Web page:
Stoke chairman Peter Coates says football “has never been cleaner” but would back an agents’ fees limit in the wake of financial malpractice claims.
Sam Allardyce left as England manager after apparently offering advice on how to avoid third-party ownership rules.
Barnsley assistant boss Tommy Wright was sacked over claims he took cash for trying to engineer certain transfers.
“We can do things better but I don’t accept the game is corrupt,” Coates told BBC sports editor Dan Roan.
“The game has never been cleaner and I have been in this game a long time.”
Coates – who first joined the Stoke board in 1985 and, apart from a seven-year absence after fan protests forced him to walk away in 1989, has been at the club ever since – hopes a limit of 10% can be set on transfer commission for agents.
Paul Pogba’s agent Mino Raiola reportedly earned more than £20m from the France midfielder’s £89m summer move to Manchester United through legitimate commission and a clause fixed in the 23-year-old’s deal at previous club Juventus.
While Coates admits a “fear factor” exists that leads to clubs paying high fees to agents to maximise their chances of signing a player in a competitive transfer market, he is hopeful that clubs will mutually agree to restrict payments.
“The amounts are extraordinary, but strangely lots more went on when there was less money in the game,” said the 78-year-old.
“I wondered whether collectively we could agree that we would not pay more than 10% and try and bring some better order into it.
“I think transparency is very important. I would have everything about every transfer deal recorded and the FA and the Premier League or the Football League have a copy.”
The allegations against Allardyce and Wright were both made by The Daily Telegraph on Monday and Wednesday respectively.
Wright was dismissed by Championship club Barnsley on Thursday. A spokesman for the 50-year-old said: “Any suggested acts contrary to criminal law or those of the Football Association and Fifa are categorically denied.”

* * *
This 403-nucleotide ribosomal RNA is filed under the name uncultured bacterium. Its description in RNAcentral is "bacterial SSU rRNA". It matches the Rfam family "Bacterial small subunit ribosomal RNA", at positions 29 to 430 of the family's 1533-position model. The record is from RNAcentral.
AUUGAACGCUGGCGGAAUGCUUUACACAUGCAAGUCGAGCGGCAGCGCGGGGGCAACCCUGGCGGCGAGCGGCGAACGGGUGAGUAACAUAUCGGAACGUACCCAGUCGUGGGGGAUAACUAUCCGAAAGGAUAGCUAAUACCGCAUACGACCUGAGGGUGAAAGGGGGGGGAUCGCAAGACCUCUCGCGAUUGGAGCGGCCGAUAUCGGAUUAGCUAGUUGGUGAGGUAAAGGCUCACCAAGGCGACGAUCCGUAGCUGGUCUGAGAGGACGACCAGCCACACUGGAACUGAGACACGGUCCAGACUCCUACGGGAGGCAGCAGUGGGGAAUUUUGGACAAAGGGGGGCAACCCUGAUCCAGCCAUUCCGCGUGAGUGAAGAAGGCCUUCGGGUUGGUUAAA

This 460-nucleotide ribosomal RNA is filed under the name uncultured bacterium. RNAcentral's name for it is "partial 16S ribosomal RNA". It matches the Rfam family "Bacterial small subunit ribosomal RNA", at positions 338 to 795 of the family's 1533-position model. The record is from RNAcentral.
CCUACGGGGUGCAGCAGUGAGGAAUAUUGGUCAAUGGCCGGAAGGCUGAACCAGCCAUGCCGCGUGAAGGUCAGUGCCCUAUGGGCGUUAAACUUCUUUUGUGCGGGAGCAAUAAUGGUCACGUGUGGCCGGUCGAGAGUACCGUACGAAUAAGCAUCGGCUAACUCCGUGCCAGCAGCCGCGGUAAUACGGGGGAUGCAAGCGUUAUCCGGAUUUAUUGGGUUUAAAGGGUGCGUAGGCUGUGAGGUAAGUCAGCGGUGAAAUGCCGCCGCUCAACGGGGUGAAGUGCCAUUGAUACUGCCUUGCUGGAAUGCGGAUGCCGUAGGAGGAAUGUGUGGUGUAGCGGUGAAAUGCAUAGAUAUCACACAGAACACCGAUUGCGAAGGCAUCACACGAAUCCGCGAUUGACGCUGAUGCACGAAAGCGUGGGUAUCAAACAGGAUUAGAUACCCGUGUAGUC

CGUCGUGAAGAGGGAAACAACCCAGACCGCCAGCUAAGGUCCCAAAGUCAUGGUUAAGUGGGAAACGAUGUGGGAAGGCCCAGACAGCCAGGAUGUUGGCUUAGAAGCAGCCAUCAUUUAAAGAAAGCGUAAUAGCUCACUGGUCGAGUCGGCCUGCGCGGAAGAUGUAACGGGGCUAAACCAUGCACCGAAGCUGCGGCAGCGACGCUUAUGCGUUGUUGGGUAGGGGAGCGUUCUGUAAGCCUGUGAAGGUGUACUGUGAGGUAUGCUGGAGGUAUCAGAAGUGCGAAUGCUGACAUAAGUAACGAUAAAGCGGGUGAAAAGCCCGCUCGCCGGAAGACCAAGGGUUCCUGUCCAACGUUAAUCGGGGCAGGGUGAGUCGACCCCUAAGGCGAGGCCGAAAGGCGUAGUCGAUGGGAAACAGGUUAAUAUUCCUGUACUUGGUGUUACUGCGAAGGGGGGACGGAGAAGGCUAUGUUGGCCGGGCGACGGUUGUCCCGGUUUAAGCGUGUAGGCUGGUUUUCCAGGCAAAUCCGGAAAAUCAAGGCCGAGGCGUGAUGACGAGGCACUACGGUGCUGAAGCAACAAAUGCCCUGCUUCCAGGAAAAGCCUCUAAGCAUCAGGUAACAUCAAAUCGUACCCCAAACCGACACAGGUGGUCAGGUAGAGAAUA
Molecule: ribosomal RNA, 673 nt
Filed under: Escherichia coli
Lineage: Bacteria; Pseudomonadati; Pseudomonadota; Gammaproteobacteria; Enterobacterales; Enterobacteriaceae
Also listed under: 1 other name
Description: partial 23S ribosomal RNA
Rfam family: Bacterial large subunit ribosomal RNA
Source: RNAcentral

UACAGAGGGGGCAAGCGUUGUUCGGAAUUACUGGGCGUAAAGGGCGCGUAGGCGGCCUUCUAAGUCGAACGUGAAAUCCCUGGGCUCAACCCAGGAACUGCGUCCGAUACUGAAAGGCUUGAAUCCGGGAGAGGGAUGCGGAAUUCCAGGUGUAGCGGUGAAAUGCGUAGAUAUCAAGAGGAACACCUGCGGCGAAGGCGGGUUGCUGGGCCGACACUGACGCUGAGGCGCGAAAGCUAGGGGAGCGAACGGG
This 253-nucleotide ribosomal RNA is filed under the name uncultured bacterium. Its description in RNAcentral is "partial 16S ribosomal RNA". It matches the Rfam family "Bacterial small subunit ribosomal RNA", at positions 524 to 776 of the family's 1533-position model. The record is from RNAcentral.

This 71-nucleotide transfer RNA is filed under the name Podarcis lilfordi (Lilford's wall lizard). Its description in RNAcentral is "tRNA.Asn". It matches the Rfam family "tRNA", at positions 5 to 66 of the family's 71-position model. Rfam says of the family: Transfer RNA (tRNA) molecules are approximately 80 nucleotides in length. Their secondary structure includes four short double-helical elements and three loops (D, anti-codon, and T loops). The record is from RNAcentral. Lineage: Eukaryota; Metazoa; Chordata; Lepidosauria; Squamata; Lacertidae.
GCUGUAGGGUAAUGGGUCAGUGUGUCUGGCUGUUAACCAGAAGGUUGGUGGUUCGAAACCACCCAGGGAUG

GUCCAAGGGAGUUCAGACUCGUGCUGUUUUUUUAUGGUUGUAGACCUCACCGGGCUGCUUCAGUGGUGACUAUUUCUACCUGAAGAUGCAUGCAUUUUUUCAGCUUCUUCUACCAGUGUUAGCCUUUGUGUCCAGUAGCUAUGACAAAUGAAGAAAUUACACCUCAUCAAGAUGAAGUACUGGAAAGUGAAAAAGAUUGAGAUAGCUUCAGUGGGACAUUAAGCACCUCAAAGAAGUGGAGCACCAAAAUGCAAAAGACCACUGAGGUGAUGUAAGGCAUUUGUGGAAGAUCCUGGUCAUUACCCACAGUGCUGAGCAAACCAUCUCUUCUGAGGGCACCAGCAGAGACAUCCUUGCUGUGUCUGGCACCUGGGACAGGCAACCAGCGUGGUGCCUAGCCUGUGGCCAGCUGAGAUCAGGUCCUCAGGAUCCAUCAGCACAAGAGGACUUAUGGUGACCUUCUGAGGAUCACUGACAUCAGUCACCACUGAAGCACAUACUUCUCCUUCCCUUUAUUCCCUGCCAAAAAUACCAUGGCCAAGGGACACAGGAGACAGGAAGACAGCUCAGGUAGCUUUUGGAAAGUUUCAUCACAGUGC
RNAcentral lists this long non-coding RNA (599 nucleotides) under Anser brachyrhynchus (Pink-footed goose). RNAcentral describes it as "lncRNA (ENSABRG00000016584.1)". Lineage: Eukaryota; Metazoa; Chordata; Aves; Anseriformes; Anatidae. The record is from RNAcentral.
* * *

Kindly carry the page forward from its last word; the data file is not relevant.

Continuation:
On Tuesday, the same newspaper claimed eight current or former Premier League managers had taken bribes for player transfers.
The FA, Premier League and EFL have pledged to investigate this week’s allegations.
‘Proud’ Pardew distances himself from England role
Crystal Palace manager Alan Pardew has insisted he would not leave the club if the England role vacated by Allardyce and occupied by Gareth Southgate in a caretaker capacity was offered to him.
“This is where I want to be right now,” he said. “The fans have been terrific with me, it’s a special place for me because I played here. It’s too good to leave.
“Of course I’m privileged and proud to be in that small group that is going to be linked with it – that I’m not going to shy away from.
“The other part is the focus I have to do here and return their loyalty to me, that won’t shake. I won’t let that happen to me.”
‘A black mark on the game’
Everton manager Ronald Koeman said that Allardyce’s departure from his England post was “a black mark on the game”.
The Dutchman, who has previously coached Ajax, Valencia, Benfica and Southampton, added that he has kept himself separate from the financial side of his clubs’ dealings during his managerial career.
“What I know is how I work, and that’s not different in England to when I was in Holland, Portugal or Spain. My advice for a player is technical. I am not involved in the business,” he said.
Monk takes zero-tolerance approach
Leeds manager Garry Monk, whose chairman Massimo Cellino has denied any wrongdoing after being filmed by undercover reporters discussing transfer business, said he wants a zero-tolerance approach to corruption from everyone in the game.
“If these things are proven right, it needs to be cleaned, to be wiped out of football,” he said.
“I have grown up watching football as a fan on the stands. I am lucky enough to have had a professional career. I have seen the struggles and highs of every single league – the biggest part of that is the honesty and integrity with which we do things.
“We all have that responsibility – mangers, owners, players, fans, agents.”